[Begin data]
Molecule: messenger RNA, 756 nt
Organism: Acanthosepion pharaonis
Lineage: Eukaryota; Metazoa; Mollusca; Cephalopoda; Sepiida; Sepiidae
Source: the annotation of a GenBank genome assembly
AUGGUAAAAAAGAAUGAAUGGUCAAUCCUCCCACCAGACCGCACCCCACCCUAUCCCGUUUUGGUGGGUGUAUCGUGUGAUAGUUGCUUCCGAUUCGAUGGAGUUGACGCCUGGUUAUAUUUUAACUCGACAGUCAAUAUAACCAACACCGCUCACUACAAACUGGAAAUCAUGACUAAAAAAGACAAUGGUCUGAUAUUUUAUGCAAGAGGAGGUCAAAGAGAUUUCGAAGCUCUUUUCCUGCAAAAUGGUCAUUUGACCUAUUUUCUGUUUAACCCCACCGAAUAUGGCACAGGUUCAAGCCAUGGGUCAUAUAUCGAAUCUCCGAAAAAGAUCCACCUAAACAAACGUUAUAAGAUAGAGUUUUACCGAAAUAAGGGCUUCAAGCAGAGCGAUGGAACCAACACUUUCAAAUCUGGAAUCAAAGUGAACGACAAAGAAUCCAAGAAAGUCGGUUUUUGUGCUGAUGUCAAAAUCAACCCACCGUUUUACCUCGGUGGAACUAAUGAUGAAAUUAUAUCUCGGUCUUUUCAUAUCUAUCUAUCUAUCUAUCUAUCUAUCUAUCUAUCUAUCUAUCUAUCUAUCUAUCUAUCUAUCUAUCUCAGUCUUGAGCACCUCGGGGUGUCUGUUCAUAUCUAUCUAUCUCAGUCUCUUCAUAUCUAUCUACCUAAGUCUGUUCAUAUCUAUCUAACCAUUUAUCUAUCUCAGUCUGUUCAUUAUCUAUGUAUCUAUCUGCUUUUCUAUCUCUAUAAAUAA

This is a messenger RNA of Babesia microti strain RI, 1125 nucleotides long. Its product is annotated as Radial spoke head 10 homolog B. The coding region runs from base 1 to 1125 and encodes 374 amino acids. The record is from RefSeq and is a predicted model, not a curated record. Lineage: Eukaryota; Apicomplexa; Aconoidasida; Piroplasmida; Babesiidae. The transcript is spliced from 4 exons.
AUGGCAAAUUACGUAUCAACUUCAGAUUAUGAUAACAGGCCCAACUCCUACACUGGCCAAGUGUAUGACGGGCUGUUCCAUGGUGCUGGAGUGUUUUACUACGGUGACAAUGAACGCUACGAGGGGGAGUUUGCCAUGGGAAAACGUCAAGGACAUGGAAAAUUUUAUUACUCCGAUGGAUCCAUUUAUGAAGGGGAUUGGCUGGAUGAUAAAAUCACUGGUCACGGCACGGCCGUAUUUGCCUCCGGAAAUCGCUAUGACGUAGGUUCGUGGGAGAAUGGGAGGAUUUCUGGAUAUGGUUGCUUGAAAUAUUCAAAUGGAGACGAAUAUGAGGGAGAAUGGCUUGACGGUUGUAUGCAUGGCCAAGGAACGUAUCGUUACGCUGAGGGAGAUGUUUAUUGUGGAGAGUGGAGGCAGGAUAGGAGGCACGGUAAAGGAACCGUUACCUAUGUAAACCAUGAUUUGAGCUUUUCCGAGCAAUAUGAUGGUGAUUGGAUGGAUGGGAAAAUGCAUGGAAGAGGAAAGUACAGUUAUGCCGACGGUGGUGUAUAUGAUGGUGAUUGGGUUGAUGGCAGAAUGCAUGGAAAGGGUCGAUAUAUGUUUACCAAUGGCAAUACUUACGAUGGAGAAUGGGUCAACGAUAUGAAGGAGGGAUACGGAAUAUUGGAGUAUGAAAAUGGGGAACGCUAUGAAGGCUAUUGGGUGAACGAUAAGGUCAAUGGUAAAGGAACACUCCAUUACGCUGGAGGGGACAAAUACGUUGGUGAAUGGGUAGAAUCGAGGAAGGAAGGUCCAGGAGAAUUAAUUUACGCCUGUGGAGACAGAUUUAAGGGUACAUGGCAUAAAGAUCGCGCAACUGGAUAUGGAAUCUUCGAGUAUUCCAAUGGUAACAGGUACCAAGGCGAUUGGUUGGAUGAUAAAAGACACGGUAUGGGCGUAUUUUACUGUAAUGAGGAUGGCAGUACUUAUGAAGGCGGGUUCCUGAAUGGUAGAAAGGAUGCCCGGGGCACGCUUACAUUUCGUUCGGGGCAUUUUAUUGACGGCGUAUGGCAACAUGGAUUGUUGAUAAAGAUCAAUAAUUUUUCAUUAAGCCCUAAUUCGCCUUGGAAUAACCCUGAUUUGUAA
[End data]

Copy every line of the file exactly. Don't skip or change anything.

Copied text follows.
Molecule: messenger RNA, 756 nt
Organism: Acanthosepion pharaonis
Lineage: Eukaryota; Metazoa; Mollusca; Cephalopoda; Sepiida; Sepiidae
Source: the annotation of a GenBank genome assembly
AUGGUAAAAAAGAAUGAAUGGUCAAUCCUCCCACCAGACCGCACCCCACCCUAUCCCGUUUUGGUGGGUGUAUCGUGUGAUAGUUGCUUCCGAUUCGAUGGAGUUGACGCCUGGUUAUAUUUUAACUCGACAGUCAAUAUAACCAACACCGCUCACUACAAACUGGAAAUCAUGACUAAAAAAGACAAUGGUCUGAUAUUUUAUGCAAGAGGAGGUCAAAGAGAUUUCGAAGCUCUUUUCCUGCAAAAUGGUCAUUUGACCUAUUUUCUGUUUAACCCCACCGAAUAUGGCACAGGUUCAAGCCAUGGGUCAUAUAUCGAAUCUCCGAAAAAGAUCCACCUAAACAAACGUUAUAAGAUAGAGUUUUACCGAAAUAAGGGCUUCAAGCAGAGCGAUGGAACCAACACUUUCAAAUCUGGAAUCAAAGUGAACGACAAAGAAUCCAAGAAAGUCGGUUUUUGUGCUGAUGUCAAAAUCAACCCACCGUUUUACCUCGGUGGAACUAAUGAUGAAAUUAUAUCUCGGUCUUUUCAUAUCUAUCUAUCUAUCUAUCUAUCUAUCUAUCUAUCUAUCUAUCUAUCUAUCUAUCUAUCUAUCUAUCUCAGUCUUGAGCACCUCGGGGUGUCUGUUCAUAUCUAUCUAUCUCAGUCUCUUCAUAUCUAUCUACCUAAGUCUGUUCAUAUCUAUCUAACCAUUUAUCUAUCUCAGUCUGUUCAUUAUCUAUGUAUCUAUCUGCUUUUCUAUCUCUAUAAAUAA

This is a messenger RNA of Babesia microti strain RI, 1125 nucleotides long. Its product is annotated as Radial spoke head 10 homolog B. The coding region runs from base 1 to 1125 and encodes 374 amino acids. The record is from RefSeq and is a predicted model, not a curated record. Lineage: Eukaryota; Apicomplexa; Aconoidasida; Piroplasmida; Babesiidae. The transcript is spliced from 4 exons.
AUGGCAAAUUACGUAUCAACUUCAGAUUAUGAUAACAGGCCCAACUCCUACACUGGCCAAGUGUAUGACGGGCUGUUCCAUGGUGCUGGAGUGUUUUACUACGGUGACAAUGAACGCUACGAGGGGGAGUUUGCCAUGGGAAAACGUCAAGGACAUGGAAAAUUUUAUUACUCCGAUGGAUCCAUUUAUGAAGGGGAUUGGCUGGAUGAUAAAAUCACUGGUCACGGCACGGCCGUAUUUGCCUCCGGAAAUCGCUAUGACGUAGGUUCGUGGGAGAAUGGGAGGAUUUCUGGAUAUGGUUGCUUGAAAUAUUCAAAUGGAGACGAAUAUGAGGGAGAAUGGCUUGACGGUUGUAUGCAUGGCCAAGGAACGUAUCGUUACGCUGAGGGAGAUGUUUAUUGUGGAGAGUGGAGGCAGGAUAGGAGGCACGGUAAAGGAACCGUUACCUAUGUAAACCAUGAUUUGAGCUUUUCCGAGCAAUAUGAUGGUGAUUGGAUGGAUGGGAAAAUGCAUGGAAGAGGAAAGUACAGUUAUGCCGACGGUGGUGUAUAUGAUGGUGAUUGGGUUGAUGGCAGAAUGCAUGGAAAGGGUCGAUAUAUGUUUACCAAUGGCAAUACUUACGAUGGAGAAUGGGUCAACGAUAUGAAGGAGGGAUACGGAAUAUUGGAGUAUGAAAAUGGGGAACGCUAUGAAGGCUAUUGGGUGAACGAUAAGGUCAAUGGUAAAGGAACACUCCAUUACGCUGGAGGGGACAAAUACGUUGGUGAAUGGGUAGAAUCGAGGAAGGAAGGUCCAGGAGAAUUAAUUUACGCCUGUGGAGACAGAUUUAAGGGUACAUGGCAUAAAGAUCGCGCAACUGGAUAUGGAAUCUUCGAGUAUUCCAAUGGUAACAGGUACCAAGGCGAUUGGUUGGAUGAUAAAAGACACGGUAUGGGCGUAUUUUACUGUAAUGAGGAUGGCAGUACUUAUGAAGGCGGGUUCCUGAAUGGUAGAAAGGAUGCCCGGGGCACGCUUACAUUUCGUUCGGGGCAUUUUAUUGACGGCGUAUGGCAACAUGGAUUGUUGAUAAAGAUCAAUAAUUUUUCAUUAAGCCCUAAUUCGCCUUGGAAUAACCCUGAUUUGUAA